Bhurosy T, Jeewon R (2014) Overweight and obesity epidemic in developing countries: a problem with diet, physical activity, or socioeconomic status? Sci World J 2014:964236
Burger KS, Fisher JO, Johnson SL (2011) Mechanisms behind the portion size effect: visibility and bite size. Obesity (Silver Spring) 19:546–551
Rolls BJ, Morris EL, Roe LS (2002) Portion size of food affects energy intake in normal-weight and overweight men and women. Am J Clin Nutr 76:1207–1213
Fontijn-Tekamp FA, van der Bilt A, Abbink JH, Bosman F (2004) Swallowing threshold and masticatory performance in dentate adults. Physiol Behav 83:431–436
Zhu Y, Hollis JH (2014) Increasing the number of chews before swallowing reduces meal size in normal-weight, overweight, and obese adults. J Acad Nutr Diet 114:926–931
Zhu Y, Hollis JH (2014) Chewing thoroughly reduces eating rate and postprandial food palatability but does not influence meal size in older adults. Physiol Behav 123:62–66
Foster KD, Grigor JM, Cheong JN, Yoo MJ, Bronlund JE, Morgenstern MP (2011) The role of oral processing in dynamic sensory perception. J Food Sci 76:R49–R61
Thexton AJ (1992) Mastication and swallowing: an overview. Br Dent J 173:197–206
Ohnuki Y, Umeki D, Cai W, Kawai N, Mototani Y, Shiozawa K, Jin HL, Fujita T, Tanaka E, Saeki Y, Okumura S (2013) Role of masseter muscle β2-adrenergic signaling in regulation of muscle activity, myosin heavy chain transition, and hypertrophy. J Pharmacol Sci 123:36–46
Umeki D, Ohnuki Y, Mototani Y, Shiozawa K, Fujita T, Nakamura Y, Saeki Y, Okumura S (2013) Effects of chronic Akt/mTOR inhibition by rapamycin on mechanical overload-induced hypertrophy and myosin heavy chain transition in masseter muscle. J Pharmacol Sci 122:278–288
Ohnuki Y, Umeki D, Mototani Y, Jin H, Cai W, Shiozawa K, Suita K, Saeki Y, Fujita T, Ishikawa Y, Okumura S (2014) Role of cyclic AMP sensor Epac1 in masseter muscle hypertrophy and myosin heavy chain transition induced by β2-adrenoceptor stimulation. J Physiol 592:5461–5475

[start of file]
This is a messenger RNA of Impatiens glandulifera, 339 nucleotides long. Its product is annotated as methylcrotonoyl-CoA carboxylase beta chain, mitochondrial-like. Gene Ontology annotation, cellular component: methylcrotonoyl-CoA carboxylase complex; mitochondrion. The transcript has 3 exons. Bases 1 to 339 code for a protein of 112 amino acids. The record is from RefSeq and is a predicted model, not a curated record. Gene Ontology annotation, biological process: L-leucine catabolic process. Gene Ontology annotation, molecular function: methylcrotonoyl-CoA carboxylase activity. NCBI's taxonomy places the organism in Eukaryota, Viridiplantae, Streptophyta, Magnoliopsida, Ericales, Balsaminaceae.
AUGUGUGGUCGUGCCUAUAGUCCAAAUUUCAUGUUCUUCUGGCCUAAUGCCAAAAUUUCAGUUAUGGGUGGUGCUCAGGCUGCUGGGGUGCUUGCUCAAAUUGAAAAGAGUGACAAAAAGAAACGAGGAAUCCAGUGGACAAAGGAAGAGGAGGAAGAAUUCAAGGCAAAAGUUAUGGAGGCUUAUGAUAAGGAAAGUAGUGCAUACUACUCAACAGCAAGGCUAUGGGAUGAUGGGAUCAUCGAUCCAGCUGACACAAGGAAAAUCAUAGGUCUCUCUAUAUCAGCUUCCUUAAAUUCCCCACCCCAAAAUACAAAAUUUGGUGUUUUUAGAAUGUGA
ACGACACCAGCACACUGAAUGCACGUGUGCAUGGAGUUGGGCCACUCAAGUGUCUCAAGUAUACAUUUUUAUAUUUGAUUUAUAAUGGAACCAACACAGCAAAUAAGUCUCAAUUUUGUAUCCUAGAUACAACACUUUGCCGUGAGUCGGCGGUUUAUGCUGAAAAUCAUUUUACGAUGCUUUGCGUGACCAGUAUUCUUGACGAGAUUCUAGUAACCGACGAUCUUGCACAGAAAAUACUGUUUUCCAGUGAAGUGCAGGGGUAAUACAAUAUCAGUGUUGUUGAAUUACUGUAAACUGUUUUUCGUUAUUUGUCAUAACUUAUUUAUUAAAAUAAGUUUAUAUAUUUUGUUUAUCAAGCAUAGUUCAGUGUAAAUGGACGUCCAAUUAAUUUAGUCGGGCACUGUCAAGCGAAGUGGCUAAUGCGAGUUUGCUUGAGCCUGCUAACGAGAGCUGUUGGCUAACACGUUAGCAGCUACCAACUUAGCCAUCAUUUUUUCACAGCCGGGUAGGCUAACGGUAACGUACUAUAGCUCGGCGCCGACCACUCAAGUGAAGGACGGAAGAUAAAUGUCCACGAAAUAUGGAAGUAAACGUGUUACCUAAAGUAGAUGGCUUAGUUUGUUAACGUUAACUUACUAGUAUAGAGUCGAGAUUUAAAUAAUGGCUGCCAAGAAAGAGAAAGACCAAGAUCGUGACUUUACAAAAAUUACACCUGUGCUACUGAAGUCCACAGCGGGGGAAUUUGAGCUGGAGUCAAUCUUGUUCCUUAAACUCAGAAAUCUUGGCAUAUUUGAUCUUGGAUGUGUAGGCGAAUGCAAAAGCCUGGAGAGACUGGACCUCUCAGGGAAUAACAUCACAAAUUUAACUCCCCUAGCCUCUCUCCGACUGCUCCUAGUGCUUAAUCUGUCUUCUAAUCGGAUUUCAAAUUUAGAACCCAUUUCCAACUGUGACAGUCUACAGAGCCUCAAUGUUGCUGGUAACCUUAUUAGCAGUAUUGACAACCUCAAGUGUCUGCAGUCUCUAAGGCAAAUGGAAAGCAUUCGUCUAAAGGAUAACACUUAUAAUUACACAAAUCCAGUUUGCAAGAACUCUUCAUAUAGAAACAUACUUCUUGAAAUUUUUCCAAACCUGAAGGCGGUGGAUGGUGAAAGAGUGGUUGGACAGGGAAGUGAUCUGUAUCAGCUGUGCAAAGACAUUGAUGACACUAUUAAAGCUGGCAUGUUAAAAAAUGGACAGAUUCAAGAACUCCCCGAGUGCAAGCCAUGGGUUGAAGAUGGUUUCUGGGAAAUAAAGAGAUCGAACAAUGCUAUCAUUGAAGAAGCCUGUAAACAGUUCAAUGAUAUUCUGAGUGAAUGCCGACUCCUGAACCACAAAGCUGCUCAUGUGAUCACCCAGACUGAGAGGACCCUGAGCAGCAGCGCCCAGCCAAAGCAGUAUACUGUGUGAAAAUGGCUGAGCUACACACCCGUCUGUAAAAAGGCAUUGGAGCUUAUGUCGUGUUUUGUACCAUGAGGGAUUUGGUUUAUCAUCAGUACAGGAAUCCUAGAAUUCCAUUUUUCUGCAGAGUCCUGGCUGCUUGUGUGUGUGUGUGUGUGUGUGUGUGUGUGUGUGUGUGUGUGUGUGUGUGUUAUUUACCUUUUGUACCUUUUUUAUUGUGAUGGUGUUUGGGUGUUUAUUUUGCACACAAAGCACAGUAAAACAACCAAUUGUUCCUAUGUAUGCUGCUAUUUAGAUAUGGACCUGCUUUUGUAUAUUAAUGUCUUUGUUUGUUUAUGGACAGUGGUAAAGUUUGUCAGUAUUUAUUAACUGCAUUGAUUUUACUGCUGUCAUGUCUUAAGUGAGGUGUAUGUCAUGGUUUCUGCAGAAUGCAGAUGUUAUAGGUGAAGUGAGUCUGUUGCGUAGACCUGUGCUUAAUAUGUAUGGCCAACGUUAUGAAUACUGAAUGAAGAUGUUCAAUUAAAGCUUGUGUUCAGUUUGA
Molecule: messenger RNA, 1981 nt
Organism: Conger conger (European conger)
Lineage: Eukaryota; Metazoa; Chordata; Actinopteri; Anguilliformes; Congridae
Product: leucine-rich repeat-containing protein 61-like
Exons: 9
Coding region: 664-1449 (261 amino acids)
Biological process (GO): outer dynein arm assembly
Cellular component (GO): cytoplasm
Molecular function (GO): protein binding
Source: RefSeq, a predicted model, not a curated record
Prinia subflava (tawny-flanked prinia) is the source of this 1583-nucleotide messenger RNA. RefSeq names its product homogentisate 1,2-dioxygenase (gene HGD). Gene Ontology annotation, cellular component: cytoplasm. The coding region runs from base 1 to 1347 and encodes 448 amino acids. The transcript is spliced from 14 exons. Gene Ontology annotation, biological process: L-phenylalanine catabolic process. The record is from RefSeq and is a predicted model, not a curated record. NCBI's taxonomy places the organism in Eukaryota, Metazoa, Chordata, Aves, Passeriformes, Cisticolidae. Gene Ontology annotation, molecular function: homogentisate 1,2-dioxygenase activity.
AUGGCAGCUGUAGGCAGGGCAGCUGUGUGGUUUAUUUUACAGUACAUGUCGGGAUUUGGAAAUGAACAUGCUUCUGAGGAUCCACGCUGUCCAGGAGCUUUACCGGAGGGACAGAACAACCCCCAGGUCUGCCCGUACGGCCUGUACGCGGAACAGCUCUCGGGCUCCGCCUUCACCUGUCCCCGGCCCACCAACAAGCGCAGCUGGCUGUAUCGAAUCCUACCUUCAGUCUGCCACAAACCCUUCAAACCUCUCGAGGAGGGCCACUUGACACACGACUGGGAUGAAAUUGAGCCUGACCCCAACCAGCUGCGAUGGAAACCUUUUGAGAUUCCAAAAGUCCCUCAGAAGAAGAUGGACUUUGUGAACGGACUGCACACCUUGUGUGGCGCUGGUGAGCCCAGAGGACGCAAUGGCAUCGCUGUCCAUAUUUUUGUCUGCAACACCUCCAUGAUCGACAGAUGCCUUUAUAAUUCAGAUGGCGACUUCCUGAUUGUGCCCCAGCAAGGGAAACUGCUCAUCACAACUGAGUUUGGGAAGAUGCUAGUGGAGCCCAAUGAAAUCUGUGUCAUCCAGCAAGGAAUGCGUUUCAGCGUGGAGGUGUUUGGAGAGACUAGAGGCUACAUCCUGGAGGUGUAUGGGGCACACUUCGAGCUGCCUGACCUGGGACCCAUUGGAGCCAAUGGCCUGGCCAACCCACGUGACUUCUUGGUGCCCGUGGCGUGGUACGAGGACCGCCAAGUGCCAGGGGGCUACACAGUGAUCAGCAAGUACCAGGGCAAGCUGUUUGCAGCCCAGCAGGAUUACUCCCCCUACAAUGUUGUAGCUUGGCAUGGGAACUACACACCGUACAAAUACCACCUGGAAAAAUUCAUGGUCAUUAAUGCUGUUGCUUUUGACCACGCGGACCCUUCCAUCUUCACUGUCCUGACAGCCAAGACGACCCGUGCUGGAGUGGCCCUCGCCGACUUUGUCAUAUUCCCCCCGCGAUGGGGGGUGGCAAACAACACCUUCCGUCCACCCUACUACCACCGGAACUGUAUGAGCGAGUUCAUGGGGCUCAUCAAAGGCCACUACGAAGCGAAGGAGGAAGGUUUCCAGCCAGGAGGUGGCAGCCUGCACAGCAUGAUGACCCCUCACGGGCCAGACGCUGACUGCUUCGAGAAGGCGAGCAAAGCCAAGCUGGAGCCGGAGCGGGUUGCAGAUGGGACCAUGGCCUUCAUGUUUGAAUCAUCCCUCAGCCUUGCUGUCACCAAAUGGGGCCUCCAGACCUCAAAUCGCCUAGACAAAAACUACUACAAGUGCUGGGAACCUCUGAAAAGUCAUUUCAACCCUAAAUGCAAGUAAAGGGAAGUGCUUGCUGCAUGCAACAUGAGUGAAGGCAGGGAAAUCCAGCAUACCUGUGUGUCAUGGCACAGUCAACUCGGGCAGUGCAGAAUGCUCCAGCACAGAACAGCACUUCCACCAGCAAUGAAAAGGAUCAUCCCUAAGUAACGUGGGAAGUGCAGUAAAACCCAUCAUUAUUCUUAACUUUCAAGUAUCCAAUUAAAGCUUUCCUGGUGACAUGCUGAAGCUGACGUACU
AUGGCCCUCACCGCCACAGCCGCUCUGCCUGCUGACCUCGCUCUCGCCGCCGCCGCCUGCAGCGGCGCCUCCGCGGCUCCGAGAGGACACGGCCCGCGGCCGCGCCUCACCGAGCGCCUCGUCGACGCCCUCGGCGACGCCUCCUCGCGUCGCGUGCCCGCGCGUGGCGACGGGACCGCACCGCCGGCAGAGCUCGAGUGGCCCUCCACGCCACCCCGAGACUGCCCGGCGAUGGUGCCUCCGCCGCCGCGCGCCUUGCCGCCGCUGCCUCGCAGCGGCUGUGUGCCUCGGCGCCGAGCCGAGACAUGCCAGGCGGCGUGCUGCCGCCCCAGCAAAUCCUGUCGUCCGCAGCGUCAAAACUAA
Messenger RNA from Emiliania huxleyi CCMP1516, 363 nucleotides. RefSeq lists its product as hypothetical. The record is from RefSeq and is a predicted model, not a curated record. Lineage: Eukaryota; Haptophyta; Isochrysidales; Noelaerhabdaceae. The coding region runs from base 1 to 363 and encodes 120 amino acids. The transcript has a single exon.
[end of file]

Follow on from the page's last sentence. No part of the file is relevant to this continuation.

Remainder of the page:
Umeki D, Ohnuki Y, Mototani Y, Shiozawa K, Suita K, Fujita T, Nakamura Y, Saeki Y, Okumura S (2015) Protective effects of clenbuterol against dexamethasone-induced masseter muscle atrophy and myosin heavy chain transition. PLoS One 10:e0128263
Hutchings SC, Bronlund JE, Lentle RG, Foster KD, Jones JR, Morgenstern MP (2009) Variation of bite size with different types of food bars and implications for serving methods in mastication studies. Food Qual Pref 20:456–460
de Wijk RA, Zijlstra N, Mars M, de Graaf C, Prinz JF (2008) The effects of food viscosity on bite size, bite effort and food intake. Physiol Behav 95:527–532
Shiozawa K, Hamada N (2010) Accuracy of the newly developed “masticatory counter”. J Masticat Health Soc 20:27–34
Sato K, Nakashima T (2006) Human adult deglutition during sleep. Ann Otol Rhinol Laryngol 115:334–339
Young LR, Nestle M (2002) The contribution of expanding portion sizes to the US obesity epidemic. Am J Public Health 92:246–249
Smiciklas-Wright H, Mitchell DC, Mickle SJ, Goldman JD, Cook A (2003) Foods commonly eaten in the United States, 1989–1991 and 1994–1996: are portion sizes changing? J Am Diet Assoc 103:41–47